Women in IP event: "Be yourself, everyone else is taken"
The annual Women in IP panel event involved a well-experienced and engaging mix of panellists. The panel was chaired by Jane Mutimear (Partner at Bird & Bird) and included Alicia Chantrey (Vice-President, Legal Brand Protection at GSK), Jonathan Clarke (Director of Human Resources at Kilburn & Strode), Karen Crawley (Development Coach at Karen Crawley Coaching), and Anne-Marie L’Estrange (Executive Coaching at Oak Consultants).
After an opening discussion of recent articles in the press relating to gender and sexuality bias at senior management level and prejudice based on a women’s appearance, the panel was introduced and the first questions posed: what advice would you give someone at the beginning of their career? How to start climbing that ladder? How to manage your own traits and presentation of yourself?
The answers largely focussed on getting feedback and seeking out a mentor, but the advice from Alicia stood out. She recommended not necessarily sticking to the ladder, but doing what made you happy. To really listen to yourself and choose a path that aligned with your strengths and enjoyment. In a society where great importance is placed on “climbing the ladder” and getting that next promotion, this was refreshing advice and was well-received by everybody in the room.
Other pre-determined questions to the panel included: What to do when lacking confidence in a team of confident people? How to manage your and others’ character traits?
On the question of confidence, Anne-Marie provided three pointers: body language, eye contact and your voice. She gave an example to show how each of these impacts the message being delivered and further recommended “limiting your language” - keeping the message concise and clear. For managing character traits, the theme of the answers was self-awareness - to know yourself and your team, to be aware of what they are good at and where they want to go, and to create a safe space in which people are able to work without judgement or criticism.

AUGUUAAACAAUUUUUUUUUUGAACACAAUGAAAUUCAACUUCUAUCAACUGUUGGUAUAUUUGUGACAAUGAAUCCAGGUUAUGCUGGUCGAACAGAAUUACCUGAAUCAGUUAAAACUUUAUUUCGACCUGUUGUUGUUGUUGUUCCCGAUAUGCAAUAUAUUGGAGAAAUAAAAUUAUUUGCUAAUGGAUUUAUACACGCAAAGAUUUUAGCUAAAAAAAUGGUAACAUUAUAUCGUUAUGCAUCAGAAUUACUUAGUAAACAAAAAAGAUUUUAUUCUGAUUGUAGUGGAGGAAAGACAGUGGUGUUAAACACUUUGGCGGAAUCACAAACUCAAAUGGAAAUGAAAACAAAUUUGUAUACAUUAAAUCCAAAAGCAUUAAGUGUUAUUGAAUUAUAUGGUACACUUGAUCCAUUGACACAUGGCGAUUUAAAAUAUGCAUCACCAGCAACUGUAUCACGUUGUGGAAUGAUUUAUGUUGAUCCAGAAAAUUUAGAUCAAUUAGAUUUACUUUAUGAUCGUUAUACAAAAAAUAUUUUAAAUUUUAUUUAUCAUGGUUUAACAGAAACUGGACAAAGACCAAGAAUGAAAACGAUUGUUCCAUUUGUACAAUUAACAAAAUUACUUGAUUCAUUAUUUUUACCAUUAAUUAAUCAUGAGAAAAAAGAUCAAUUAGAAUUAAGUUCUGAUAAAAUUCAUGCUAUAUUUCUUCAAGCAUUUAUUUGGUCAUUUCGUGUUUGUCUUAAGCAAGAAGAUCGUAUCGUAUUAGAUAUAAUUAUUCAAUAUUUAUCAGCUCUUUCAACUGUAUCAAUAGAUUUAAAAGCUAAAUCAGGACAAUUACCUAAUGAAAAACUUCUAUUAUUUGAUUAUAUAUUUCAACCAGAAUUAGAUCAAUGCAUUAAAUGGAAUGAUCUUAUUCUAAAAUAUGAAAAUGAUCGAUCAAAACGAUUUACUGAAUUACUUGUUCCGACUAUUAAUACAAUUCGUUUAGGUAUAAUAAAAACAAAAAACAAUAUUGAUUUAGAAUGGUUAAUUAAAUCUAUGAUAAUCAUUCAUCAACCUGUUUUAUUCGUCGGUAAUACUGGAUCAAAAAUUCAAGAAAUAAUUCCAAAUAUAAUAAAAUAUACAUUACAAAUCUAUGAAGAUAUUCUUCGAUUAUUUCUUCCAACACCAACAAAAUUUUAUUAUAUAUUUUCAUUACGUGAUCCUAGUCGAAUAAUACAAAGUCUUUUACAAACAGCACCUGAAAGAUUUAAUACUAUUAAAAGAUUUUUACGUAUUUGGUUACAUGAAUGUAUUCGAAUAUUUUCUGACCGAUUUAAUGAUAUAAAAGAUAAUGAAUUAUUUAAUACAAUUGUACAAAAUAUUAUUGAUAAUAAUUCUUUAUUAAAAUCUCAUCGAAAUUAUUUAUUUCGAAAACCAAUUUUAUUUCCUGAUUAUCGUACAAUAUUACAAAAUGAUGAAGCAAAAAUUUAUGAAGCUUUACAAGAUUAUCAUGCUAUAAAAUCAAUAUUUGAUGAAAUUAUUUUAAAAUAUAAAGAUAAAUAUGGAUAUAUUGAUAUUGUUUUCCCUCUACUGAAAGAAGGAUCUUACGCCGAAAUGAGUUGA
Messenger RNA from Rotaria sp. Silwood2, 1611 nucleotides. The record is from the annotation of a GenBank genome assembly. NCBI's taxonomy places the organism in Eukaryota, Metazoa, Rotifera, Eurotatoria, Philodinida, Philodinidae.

The event then moved on to questions from the floor. These were varied and included:
- How to deliver hard messages when trying to be liked?
- How to avoid comparisons with others that are detrimental to your confidence?
- How do you bring about change when you are at a junior level?
- How to deal with criticism when it is not constructive?
- What is the difference between a sponsor and a mentor? How to go about getting a mentor and manage amount of information shared and the relationship more generally?
- How to manage comments or negativity when changing from full-time to part-time? For example, from five days a week to three or four days a week?
- How to change perception when you are promoted internally? For example to a leadership role?
Each of the panel members gave very honest and useful answers to the above questions, and continued to answer questions and provide advice during the drinks that followed the event. Overall it was a worthwhile evening and it definitely felt as if everybody left with a renewed sense of self-confidence and at least some of the tools to “be yourself”.